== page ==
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Family reunited after two centuries apart – proof of time’s transformative qualities in the world of art

Ben Hamilton
March 6th, 2023


Researchers at Nivaagaard Collection overjoyed to reunite ‘Double Portrait of a Father and Son’ with their missing matriarch

Finally back together again. Now where’s our dinner? (photo: Nivaagaard Collection)

Only recently Prince Philip was reburied to lie next to his wife, Queen Elizabeth II of Britain, in Windsor Castle. In a temporary tomb, he was the Queen’s last laddie-in-waiting. 

It’s a common enough occurrence for spouses to be reunited in the grave, and sometimes it can take ages – in the case of novelist Raymond Chandler and his wife Cissy, after 52 years of lying in separate cemeteries, just one mile apart. 

But if you think that’s a long time, try 200 years for size! The art world is waking up to the news today that a family portrait cut in half in the early 19th century is finally being restored.

It took years of detective work carried out by Danish and Dutch art historians to realise the reunification of a family painted by Flemish master Cornelis de Vos in 1626. For nearly two centuries, two of its three members have stood in the Dutch baroque section of the Nivaagaard Collection in Nivå just north of Copenhagen. 

Not exactly the ‘The Da Vinci Code’
During that time, it was evident to the museum there might be more to ‘Double Portrait of a Father and Son’ than meets the eye, as next to the Son, in the bottom right corner, another person’s costume, a black-striped satin skirt, could clearly be seen. 

The discovery of a National Museum of Art conservation report from 1966 then revealed further details. It included photos showing how the removal of the frame, some varnish and a top layer of paint had revealed a woman’s arm – complete with “elaborate cuff, delicate hand, costly ring and beautifully embroidered gloves lined with red velvet”.

Now, it might be disappointing to learn at this juncture that the breakthrough in the case wasn’t lifted from the pages of ‘The Da Vinci Code’ – so neither the deciphering of a Fibonacci sequence nor ancient anagram was involved. 

Instead, it came via Google.

Talk about a clean slate
Granted, ‘Portrait of a Lady’, a painting by the same artist in the same year, was already on Professor Jørgen Wadum’s radar because Lady was wearing the same kind of millstone collar as Father and Son. 

But nothing else matched when the art historian compared the portrait with photos of ‘Portrait of a Lady’. It was at this point that he tried googling ‘portrait of a lady’ and the search revealed a perfect match.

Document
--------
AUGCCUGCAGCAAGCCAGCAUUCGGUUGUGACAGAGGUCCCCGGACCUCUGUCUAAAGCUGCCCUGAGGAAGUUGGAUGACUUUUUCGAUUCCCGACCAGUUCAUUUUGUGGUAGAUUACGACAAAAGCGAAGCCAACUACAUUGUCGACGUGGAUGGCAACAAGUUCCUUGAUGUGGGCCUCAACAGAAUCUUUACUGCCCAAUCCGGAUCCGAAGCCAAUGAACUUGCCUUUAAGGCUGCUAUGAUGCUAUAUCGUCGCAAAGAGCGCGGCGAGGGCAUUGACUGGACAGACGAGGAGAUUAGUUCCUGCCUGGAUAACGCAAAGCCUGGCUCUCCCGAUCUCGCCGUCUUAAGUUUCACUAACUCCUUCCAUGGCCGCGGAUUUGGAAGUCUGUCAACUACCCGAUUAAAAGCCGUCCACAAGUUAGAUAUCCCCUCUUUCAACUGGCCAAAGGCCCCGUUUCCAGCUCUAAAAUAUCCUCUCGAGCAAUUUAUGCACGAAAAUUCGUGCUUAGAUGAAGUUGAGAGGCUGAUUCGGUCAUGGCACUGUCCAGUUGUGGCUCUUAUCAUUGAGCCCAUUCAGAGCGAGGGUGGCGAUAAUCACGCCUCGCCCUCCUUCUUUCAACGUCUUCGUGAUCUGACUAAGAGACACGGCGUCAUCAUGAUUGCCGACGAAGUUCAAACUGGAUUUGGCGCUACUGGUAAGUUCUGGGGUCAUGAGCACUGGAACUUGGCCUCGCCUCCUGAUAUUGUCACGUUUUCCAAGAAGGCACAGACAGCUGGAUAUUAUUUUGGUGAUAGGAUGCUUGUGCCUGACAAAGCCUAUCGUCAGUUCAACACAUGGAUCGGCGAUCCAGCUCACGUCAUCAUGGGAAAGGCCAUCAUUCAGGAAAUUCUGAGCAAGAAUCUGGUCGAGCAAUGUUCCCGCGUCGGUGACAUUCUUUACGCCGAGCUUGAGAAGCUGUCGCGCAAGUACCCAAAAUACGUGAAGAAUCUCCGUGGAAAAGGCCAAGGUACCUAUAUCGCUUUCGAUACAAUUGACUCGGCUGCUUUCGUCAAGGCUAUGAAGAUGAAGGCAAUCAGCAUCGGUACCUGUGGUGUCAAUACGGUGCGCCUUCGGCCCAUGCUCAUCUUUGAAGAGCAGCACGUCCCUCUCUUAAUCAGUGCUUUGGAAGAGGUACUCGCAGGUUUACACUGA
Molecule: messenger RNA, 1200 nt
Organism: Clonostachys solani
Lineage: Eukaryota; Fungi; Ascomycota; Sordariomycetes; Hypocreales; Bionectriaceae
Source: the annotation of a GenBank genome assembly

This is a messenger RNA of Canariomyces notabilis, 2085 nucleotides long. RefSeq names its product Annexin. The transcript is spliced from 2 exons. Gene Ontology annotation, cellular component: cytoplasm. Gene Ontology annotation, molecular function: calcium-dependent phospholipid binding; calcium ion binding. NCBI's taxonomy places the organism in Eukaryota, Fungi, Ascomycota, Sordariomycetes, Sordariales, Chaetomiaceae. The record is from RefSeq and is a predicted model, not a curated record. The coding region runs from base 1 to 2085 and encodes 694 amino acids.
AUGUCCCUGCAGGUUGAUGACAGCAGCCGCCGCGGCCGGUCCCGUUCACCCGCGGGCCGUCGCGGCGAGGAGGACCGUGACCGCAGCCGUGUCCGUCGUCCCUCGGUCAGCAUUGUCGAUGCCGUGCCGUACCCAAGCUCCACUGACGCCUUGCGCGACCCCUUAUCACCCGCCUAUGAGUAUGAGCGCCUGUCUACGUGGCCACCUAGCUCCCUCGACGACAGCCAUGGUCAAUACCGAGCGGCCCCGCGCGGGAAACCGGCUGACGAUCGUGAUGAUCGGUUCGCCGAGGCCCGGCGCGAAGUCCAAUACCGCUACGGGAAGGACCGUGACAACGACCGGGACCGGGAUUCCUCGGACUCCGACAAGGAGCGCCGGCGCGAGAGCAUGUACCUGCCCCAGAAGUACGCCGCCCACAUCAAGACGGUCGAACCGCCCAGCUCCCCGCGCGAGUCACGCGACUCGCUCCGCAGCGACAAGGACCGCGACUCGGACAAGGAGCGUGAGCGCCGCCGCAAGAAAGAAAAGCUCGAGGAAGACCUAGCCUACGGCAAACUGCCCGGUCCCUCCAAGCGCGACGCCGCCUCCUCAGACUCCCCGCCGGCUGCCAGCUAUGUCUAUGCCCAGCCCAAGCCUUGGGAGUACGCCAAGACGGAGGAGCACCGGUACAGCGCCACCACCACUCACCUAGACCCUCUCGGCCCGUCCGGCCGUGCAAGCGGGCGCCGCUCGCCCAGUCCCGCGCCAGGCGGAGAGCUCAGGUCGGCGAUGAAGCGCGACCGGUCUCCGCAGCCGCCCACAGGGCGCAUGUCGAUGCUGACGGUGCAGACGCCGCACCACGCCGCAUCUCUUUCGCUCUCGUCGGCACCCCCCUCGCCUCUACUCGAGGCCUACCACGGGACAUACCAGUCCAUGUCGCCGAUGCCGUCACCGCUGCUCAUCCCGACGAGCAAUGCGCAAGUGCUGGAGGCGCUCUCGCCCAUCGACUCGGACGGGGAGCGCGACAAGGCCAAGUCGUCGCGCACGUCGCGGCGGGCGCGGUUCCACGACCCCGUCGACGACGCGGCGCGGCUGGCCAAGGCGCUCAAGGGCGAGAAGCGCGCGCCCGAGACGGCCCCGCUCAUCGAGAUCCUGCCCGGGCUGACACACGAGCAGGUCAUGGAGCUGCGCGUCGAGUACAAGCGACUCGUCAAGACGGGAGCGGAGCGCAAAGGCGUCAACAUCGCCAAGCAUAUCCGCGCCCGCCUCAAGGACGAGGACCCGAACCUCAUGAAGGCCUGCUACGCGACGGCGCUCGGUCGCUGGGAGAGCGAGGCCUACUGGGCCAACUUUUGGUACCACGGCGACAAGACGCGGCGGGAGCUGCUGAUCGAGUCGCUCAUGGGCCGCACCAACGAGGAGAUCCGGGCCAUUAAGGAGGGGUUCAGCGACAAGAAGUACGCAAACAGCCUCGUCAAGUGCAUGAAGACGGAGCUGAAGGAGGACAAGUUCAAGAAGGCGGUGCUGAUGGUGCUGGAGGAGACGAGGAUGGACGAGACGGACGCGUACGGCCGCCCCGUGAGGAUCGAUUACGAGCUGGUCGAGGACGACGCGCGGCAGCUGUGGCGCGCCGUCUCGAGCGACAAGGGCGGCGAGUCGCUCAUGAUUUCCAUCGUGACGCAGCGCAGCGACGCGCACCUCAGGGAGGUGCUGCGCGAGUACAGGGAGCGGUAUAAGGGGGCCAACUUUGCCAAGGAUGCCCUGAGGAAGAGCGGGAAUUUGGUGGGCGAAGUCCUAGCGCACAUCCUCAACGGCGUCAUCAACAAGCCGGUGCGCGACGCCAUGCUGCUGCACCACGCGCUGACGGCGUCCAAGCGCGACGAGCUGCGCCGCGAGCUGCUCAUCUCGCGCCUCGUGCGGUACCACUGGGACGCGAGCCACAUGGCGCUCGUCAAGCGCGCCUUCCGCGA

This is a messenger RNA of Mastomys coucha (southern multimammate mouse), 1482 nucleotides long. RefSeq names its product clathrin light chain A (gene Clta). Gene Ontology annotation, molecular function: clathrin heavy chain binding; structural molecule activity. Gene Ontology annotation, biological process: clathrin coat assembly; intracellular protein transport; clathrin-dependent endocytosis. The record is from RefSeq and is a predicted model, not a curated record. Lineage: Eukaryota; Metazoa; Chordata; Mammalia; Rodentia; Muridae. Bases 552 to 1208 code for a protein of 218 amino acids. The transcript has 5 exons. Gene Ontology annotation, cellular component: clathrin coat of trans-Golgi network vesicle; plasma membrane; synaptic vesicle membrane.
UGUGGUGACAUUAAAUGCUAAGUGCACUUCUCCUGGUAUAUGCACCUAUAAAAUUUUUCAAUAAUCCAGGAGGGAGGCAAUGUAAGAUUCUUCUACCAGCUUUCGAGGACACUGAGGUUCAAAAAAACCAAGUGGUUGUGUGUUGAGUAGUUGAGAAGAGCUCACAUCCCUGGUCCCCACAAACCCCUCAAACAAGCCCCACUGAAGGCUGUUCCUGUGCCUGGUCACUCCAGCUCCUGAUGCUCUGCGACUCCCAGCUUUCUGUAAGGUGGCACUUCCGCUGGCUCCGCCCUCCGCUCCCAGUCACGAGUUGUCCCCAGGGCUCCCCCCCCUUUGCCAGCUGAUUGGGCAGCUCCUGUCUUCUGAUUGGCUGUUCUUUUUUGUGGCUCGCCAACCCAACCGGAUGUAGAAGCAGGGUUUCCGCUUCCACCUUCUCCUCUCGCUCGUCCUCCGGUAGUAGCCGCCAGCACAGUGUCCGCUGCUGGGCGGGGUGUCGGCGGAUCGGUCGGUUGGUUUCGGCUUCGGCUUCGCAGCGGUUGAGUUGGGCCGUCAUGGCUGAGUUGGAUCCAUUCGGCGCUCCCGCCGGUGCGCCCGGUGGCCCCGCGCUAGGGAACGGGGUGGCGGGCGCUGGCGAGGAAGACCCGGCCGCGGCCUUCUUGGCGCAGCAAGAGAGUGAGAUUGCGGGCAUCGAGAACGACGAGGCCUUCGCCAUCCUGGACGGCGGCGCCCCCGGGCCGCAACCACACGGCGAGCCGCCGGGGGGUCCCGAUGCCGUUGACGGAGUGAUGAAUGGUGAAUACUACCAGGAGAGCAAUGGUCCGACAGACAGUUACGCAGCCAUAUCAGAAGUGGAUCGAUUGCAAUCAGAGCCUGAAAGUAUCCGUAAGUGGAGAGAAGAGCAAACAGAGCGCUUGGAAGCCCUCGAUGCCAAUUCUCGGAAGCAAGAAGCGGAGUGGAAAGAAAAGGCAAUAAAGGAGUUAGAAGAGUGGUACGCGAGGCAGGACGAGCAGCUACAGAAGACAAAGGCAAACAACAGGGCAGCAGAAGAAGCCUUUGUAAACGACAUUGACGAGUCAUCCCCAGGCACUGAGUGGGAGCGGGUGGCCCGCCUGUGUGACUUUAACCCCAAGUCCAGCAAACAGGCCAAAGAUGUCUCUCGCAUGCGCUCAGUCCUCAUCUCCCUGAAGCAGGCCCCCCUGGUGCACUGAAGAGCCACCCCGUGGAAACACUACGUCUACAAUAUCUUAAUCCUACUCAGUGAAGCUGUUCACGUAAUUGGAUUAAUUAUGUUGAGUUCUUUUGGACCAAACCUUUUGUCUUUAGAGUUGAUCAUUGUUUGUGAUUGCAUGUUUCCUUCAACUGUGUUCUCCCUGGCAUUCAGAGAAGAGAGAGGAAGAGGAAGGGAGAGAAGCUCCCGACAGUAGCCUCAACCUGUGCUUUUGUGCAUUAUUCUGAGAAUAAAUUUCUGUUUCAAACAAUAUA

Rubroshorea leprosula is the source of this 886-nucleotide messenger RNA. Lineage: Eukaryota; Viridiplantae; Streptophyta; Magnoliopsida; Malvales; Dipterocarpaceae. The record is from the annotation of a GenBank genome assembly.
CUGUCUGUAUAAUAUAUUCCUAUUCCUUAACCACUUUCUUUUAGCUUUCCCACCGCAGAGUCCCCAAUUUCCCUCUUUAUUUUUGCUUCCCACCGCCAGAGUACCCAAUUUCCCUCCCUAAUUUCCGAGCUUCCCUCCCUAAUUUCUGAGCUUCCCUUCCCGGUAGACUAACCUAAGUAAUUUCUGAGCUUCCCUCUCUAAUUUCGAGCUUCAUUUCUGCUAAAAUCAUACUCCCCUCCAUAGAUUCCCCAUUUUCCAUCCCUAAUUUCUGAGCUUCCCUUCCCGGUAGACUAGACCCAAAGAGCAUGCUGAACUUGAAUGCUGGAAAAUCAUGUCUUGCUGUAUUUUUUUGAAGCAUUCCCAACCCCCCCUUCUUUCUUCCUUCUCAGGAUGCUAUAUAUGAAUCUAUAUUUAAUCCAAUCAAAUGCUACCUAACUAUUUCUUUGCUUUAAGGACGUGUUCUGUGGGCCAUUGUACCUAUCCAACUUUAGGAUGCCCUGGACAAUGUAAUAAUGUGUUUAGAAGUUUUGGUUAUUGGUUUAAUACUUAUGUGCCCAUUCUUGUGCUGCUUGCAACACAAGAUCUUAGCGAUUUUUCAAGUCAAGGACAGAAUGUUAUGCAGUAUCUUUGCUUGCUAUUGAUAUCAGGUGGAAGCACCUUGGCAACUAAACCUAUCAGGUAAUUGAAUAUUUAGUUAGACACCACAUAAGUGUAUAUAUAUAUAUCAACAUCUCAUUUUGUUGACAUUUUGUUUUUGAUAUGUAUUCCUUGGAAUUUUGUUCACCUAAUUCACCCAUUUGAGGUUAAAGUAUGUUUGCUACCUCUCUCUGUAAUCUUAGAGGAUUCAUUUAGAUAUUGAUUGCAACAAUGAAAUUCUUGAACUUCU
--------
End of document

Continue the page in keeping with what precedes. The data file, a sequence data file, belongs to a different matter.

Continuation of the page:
It transpired the new owner of the painting, via a Christie’s auction in 2014, had the painting cleaned and voila: the dark brown background was revealed to be a outer layer of paint. Underneath a landscape and overcast sky identical to the one in ‘Double Portrait of a Father and Son’ emerged.

Furthermore, Lady’s facial features and brown eyes match those of Son. 

Looks likely he was the mayor
The height of the two paintings is substantially different, and Professor Wadum’s best guess is that the original painting was damaged between 1830 and 1859, and that the owner elected to divide them to salvage the likenesses as best they could. 

It is in 1859 that the earliest mention of ‘Double Portrait of a Father and Son’ can be found – among works belonging to John Rushout, 2nd Baron Northwick. 

Depicting two generations of a wealthy bourgeois family, it is thought Father is a burgomaster (mayor) and that the original work was called ‘A Burgomaster, his Wife, and Son by De Vos’. 

But it has not been proven … yet.

Reunited again!
As part of its research, Nivaagaard Collection has been able to purchase ‘Portrait of a Lady’ with help from the New Carlsberg Foundation.

“This has made it possible for our visitors to keep the entire family here in Nivå,” enthused Nivaagaard Collection director Andrea Rygg Karberg. 

“It is a huge scoop for Dutch baroque art history and for our collection that research has led us to the discovery of this incredible female portrait,” she continued.

“The mother now looks out at us together with her son, whose gaze is so similar to hers. All three of the subjects take on an entirely new dimension, depth and glow when they are contemplated together as originally intended, rather than in isolation from each other.”


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